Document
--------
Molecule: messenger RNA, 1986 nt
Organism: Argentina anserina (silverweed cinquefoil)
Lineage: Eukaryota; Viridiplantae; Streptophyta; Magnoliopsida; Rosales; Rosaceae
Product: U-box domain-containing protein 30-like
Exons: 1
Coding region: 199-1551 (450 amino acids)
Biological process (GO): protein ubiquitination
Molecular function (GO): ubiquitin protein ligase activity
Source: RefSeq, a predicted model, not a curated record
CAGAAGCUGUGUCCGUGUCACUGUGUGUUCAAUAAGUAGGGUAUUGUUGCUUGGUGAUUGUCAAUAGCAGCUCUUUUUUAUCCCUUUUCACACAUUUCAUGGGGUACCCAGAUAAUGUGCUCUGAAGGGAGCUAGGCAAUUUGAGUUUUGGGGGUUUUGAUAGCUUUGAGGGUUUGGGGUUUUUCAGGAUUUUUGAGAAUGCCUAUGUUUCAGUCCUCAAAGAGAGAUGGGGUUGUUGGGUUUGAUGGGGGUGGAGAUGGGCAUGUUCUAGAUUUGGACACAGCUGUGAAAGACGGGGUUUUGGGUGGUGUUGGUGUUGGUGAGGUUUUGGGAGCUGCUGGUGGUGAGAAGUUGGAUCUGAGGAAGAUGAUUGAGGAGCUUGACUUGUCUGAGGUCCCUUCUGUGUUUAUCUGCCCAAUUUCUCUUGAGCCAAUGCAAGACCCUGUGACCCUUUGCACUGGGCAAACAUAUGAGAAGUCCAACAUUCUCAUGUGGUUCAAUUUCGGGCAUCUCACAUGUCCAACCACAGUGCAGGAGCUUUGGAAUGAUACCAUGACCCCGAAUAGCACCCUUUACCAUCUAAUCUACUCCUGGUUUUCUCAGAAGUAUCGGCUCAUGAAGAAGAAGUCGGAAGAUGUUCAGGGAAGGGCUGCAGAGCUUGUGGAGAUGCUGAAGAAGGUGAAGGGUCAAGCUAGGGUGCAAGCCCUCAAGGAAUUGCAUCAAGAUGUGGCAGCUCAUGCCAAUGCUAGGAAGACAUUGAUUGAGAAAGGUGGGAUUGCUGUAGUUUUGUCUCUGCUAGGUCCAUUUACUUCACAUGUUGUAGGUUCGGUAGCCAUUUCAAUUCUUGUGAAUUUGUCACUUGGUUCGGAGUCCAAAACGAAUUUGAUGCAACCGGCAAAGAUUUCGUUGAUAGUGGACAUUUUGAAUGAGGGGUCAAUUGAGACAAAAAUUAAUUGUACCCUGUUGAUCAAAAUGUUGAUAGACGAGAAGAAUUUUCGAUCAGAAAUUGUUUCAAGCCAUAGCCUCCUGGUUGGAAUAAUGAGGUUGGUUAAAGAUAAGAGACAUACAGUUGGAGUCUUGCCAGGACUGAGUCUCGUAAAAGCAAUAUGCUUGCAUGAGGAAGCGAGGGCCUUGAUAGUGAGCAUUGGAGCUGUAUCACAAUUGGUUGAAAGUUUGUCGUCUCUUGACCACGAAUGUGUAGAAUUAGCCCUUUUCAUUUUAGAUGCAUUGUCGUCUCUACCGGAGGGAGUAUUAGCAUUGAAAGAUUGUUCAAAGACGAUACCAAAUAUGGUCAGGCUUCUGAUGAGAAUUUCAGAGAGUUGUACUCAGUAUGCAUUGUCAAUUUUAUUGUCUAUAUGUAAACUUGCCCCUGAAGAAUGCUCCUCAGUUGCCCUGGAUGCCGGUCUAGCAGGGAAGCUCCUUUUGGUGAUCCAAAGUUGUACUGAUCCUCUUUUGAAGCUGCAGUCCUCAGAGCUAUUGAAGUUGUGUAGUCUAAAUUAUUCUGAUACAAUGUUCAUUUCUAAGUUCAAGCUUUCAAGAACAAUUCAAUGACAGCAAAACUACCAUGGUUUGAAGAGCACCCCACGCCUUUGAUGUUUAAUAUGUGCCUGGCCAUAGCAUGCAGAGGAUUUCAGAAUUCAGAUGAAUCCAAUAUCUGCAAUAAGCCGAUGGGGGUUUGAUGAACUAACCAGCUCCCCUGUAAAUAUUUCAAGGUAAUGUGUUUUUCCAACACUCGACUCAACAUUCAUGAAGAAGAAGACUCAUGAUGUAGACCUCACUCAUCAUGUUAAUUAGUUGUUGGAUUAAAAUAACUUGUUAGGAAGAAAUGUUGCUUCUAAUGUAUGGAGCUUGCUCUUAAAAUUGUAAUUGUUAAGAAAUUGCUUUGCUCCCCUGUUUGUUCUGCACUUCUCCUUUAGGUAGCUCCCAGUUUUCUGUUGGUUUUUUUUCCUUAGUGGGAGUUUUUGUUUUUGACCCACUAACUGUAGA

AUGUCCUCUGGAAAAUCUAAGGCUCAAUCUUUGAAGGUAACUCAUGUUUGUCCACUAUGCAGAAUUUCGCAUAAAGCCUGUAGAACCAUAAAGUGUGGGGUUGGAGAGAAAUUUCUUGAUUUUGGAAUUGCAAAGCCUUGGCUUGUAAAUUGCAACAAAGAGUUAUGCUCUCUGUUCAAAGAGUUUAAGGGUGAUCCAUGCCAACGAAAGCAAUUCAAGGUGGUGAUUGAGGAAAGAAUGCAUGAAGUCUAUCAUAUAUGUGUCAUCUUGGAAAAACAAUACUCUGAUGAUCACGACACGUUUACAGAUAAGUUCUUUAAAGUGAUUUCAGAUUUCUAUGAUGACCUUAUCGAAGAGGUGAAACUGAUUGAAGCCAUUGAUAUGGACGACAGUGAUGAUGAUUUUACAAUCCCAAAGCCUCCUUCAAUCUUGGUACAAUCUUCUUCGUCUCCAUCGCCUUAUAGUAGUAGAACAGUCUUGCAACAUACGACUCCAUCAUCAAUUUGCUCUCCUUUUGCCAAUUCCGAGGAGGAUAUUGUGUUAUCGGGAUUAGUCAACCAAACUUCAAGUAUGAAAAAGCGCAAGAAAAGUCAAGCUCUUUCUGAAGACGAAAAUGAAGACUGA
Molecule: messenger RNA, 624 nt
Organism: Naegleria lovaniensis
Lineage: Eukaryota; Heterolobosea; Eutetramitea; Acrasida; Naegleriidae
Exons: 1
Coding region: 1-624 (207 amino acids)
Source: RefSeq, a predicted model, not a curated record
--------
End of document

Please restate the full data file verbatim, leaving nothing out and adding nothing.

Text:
Molecule: messenger RNA, 1986 nt
Organism: Argentina anserina (silverweed cinquefoil)
Lineage: Eukaryota; Viridiplantae; Streptophyta; Magnoliopsida; Rosales; Rosaceae
Product: U-box domain-containing protein 30-like
Exons: 1
Coding region: 199-1551 (450 amino acids)
Biological process (GO): protein ubiquitination
Molecular function (GO): ubiquitin protein ligase activity
Source: RefSeq, a predicted model, not a curated record
CAGAAGCUGUGUCCGUGUCACUGUGUGUUCAAUAAGUAGGGUAUUGUUGCUUGGUGAUUGUCAAUAGCAGCUCUUUUUUAUCCCUUUUCACACAUUUCAUGGGGUACCCAGAUAAUGUGCUCUGAAGGGAGCUAGGCAAUUUGAGUUUUGGGGGUUUUGAUAGCUUUGAGGGUUUGGGGUUUUUCAGGAUUUUUGAGAAUGCCUAUGUUUCAGUCCUCAAAGAGAGAUGGGGUUGUUGGGUUUGAUGGGGGUGGAGAUGGGCAUGUUCUAGAUUUGGACACAGCUGUGAAAGACGGGGUUUUGGGUGGUGUUGGUGUUGGUGAGGUUUUGGGAGCUGCUGGUGGUGAGAAGUUGGAUCUGAGGAAGAUGAUUGAGGAGCUUGACUUGUCUGAGGUCCCUUCUGUGUUUAUCUGCCCAAUUUCUCUUGAGCCAAUGCAAGACCCUGUGACCCUUUGCACUGGGCAAACAUAUGAGAAGUCCAACAUUCUCAUGUGGUUCAAUUUCGGGCAUCUCACAUGUCCAACCACAGUGCAGGAGCUUUGGAAUGAUACCAUGACCCCGAAUAGCACCCUUUACCAUCUAAUCUACUCCUGGUUUUCUCAGAAGUAUCGGCUCAUGAAGAAGAAGUCGGAAGAUGUUCAGGGAAGGGCUGCAGAGCUUGUGGAGAUGCUGAAGAAGGUGAAGGGUCAAGCUAGGGUGCAAGCCCUCAAGGAAUUGCAUCAAGAUGUGGCAGCUCAUGCCAAUGCUAGGAAGACAUUGAUUGAGAAAGGUGGGAUUGCUGUAGUUUUGUCUCUGCUAGGUCCAUUUACUUCACAUGUUGUAGGUUCGGUAGCCAUUUCAAUUCUUGUGAAUUUGUCACUUGGUUCGGAGUCCAAAACGAAUUUGAUGCAACCGGCAAAGAUUUCGUUGAUAGUGGACAUUUUGAAUGAGGGGUCAAUUGAGACAAAAAUUAAUUGUACCCUGUUGAUCAAAAUGUUGAUAGACGAGAAGAAUUUUCGAUCAGAAAUUGUUUCAAGCCAUAGCCUCCUGGUUGGAAUAAUGAGGUUGGUUAAAGAUAAGAGACAUACAGUUGGAGUCUUGCCAGGACUGAGUCUCGUAAAAGCAAUAUGCUUGCAUGAGGAAGCGAGGGCCUUGAUAGUGAGCAUUGGAGCUGUAUCACAAUUGGUUGAAAGUUUGUCGUCUCUUGACCACGAAUGUGUAGAAUUAGCCCUUUUCAUUUUAGAUGCAUUGUCGUCUCUACCGGAGGGAGUAUUAGCAUUGAAAGAUUGUUCAAAGACGAUACCAAAUAUGGUCAGGCUUCUGAUGAGAAUUUCAGAGAGUUGUACUCAGUAUGCAUUGUCAAUUUUAUUGUCUAUAUGUAAACUUGCCCCUGAAGAAUGCUCCUCAGUUGCCCUGGAUGCCGGUCUAGCAGGGAAGCUCCUUUUGGUGAUCCAAAGUUGUACUGAUCCUCUUUUGAAGCUGCAGUCCUCAGAGCUAUUGAAGUUGUGUAGUCUAAAUUAUUCUGAUACAAUGUUCAUUUCUAAGUUCAAGCUUUCAAGAACAAUUCAAUGACAGCAAAACUACCAUGGUUUGAAGAGCACCCCACGCCUUUGAUGUUUAAUAUGUGCCUGGCCAUAGCAUGCAGAGGAUUUCAGAAUUCAGAUGAAUCCAAUAUCUGCAAUAAGCCGAUGGGGGUUUGAUGAACUAACCAGCUCCCCUGUAAAUAUUUCAAGGUAAUGUGUUUUUCCAACACUCGACUCAACAUUCAUGAAGAAGAAGACUCAUGAUGUAGACCUCACUCAUCAUGUUAAUUAGUUGUUGGAUUAAAAUAACUUGUUAGGAAGAAAUGUUGCUUCUAAUGUAUGGAGCUUGCUCUUAAAAUUGUAAUUGUUAAGAAAUUGCUUUGCUCCCCUGUUUGUUCUGCACUUCUCCUUUAGGUAGCUCCCAGUUUUCUGUUGGUUUUUUUUCCUUAGUGGGAGUUUUUGUUUUUGACCCACUAACUGUAGA

AUGUCCUCUGGAAAAUCUAAGGCUCAAUCUUUGAAGGUAACUCAUGUUUGUCCACUAUGCAGAAUUUCGCAUAAAGCCUGUAGAACCAUAAAGUGUGGGGUUGGAGAGAAAUUUCUUGAUUUUGGAAUUGCAAAGCCUUGGCUUGUAAAUUGCAACAAAGAGUUAUGCUCUCUGUUCAAAGAGUUUAAGGGUGAUCCAUGCCAACGAAAGCAAUUCAAGGUGGUGAUUGAGGAAAGAAUGCAUGAAGUCUAUCAUAUAUGUGUCAUCUUGGAAAAACAAUACUCUGAUGAUCACGACACGUUUACAGAUAAGUUCUUUAAAGUGAUUUCAGAUUUCUAUGAUGACCUUAUCGAAGAGGUGAAACUGAUUGAAGCCAUUGAUAUGGACGACAGUGAUGAUGAUUUUACAAUCCCAAAGCCUCCUUCAAUCUUGGUACAAUCUUCUUCGUCUCCAUCGCCUUAUAGUAGUAGAACAGUCUUGCAACAUACGACUCCAUCAUCAAUUUGCUCUCCUUUUGCCAAUUCCGAGGAGGAUAUUGUGUUAUCGGGAUUAGUCAACCAAACUUCAAGUAUGAAAAAGCGCAAGAAAAGUCAAGCUCUUUCUGAAGACGAAAAUGAAGACUGA
Molecule: messenger RNA, 624 nt
Organism: Naegleria lovaniensis
Lineage: Eukaryota; Heterolobosea; Eutetramitea; Acrasida; Naegleriidae
Exons: 1
Coding region: 1-624 (207 amino acids)
Source: RefSeq, a predicted model, not a curated record